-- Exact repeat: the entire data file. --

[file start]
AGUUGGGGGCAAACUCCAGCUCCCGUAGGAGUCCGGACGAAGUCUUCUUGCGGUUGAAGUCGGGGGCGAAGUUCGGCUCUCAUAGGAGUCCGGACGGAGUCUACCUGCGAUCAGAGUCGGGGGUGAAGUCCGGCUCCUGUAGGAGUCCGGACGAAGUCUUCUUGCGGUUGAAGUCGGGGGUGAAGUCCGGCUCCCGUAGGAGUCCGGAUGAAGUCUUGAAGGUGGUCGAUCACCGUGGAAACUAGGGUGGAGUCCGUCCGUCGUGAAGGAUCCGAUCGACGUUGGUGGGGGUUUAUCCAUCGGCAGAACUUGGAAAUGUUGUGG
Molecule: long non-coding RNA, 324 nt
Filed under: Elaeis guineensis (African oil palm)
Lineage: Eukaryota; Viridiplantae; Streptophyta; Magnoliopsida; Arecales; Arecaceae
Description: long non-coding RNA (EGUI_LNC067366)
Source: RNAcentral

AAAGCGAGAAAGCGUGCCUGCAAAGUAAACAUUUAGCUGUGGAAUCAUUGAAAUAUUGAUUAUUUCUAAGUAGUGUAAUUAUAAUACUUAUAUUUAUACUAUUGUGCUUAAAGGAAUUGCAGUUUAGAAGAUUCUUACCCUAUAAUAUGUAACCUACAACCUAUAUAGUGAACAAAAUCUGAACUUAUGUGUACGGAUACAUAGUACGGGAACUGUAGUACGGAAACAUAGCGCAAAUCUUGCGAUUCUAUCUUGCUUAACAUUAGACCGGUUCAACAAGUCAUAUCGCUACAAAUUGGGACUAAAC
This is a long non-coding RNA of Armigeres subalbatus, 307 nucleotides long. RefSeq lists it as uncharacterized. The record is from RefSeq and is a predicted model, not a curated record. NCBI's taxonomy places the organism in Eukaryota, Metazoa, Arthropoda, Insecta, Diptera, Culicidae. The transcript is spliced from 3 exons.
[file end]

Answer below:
AGUUGGGGGCAAACUCCAGCUCCCGUAGGAGUCCGGACGAAGUCUUCUUGCGGUUGAAGUCGGGGGCGAAGUUCGGCUCUCAUAGGAGUCCGGACGGAGUCUACCUGCGAUCAGAGUCGGGGGUGAAGUCCGGCUCCUGUAGGAGUCCGGACGAAGUCUUCUUGCGGUUGAAGUCGGGGGUGAAGUCCGGCUCCCGUAGGAGUCCGGAUGAAGUCUUGAAGGUGGUCGAUCACCGUGGAAACUAGGGUGGAGUCCGUCCGUCGUGAAGGAUCCGAUCGACGUUGGUGGGGGUUUAUCCAUCGGCAGAACUUGGAAAUGUUGUGG
Molecule: long non-coding RNA, 324 nt
Filed under: Elaeis guineensis (African oil palm)
Lineage: Eukaryota; Viridiplantae; Streptophyta; Magnoliopsida; Arecales; Arecaceae
Description: long non-coding RNA (EGUI_LNC067366)
Source: RNAcentral

AAAGCGAGAAAGCGUGCCUGCAAAGUAAACAUUUAGCUGUGGAAUCAUUGAAAUAUUGAUUAUUUCUAAGUAGUGUAAUUAUAAUACUUAUAUUUAUACUAUUGUGCUUAAAGGAAUUGCAGUUUAGAAGAUUCUUACCCUAUAAUAUGUAACCUACAACCUAUAUAGUGAACAAAAUCUGAACUUAUGUGUACGGAUACAUAGUACGGGAACUGUAGUACGGAAACAUAGCGCAAAUCUUGCGAUUCUAUCUUGCUUAACAUUAGACCGGUUCAACAAGUCAUAUCGCUACAAAUUGGGACUAAAC
This is a long non-coding RNA of Armigeres subalbatus, 307 nucleotides long. RefSeq lists it as uncharacterized. The record is from RefSeq and is a predicted model, not a curated record. NCBI's taxonomy places the organism in Eukaryota, Metazoa, Arthropoda, Insecta, Diptera, Culicidae. The transcript is spliced from 3 exons.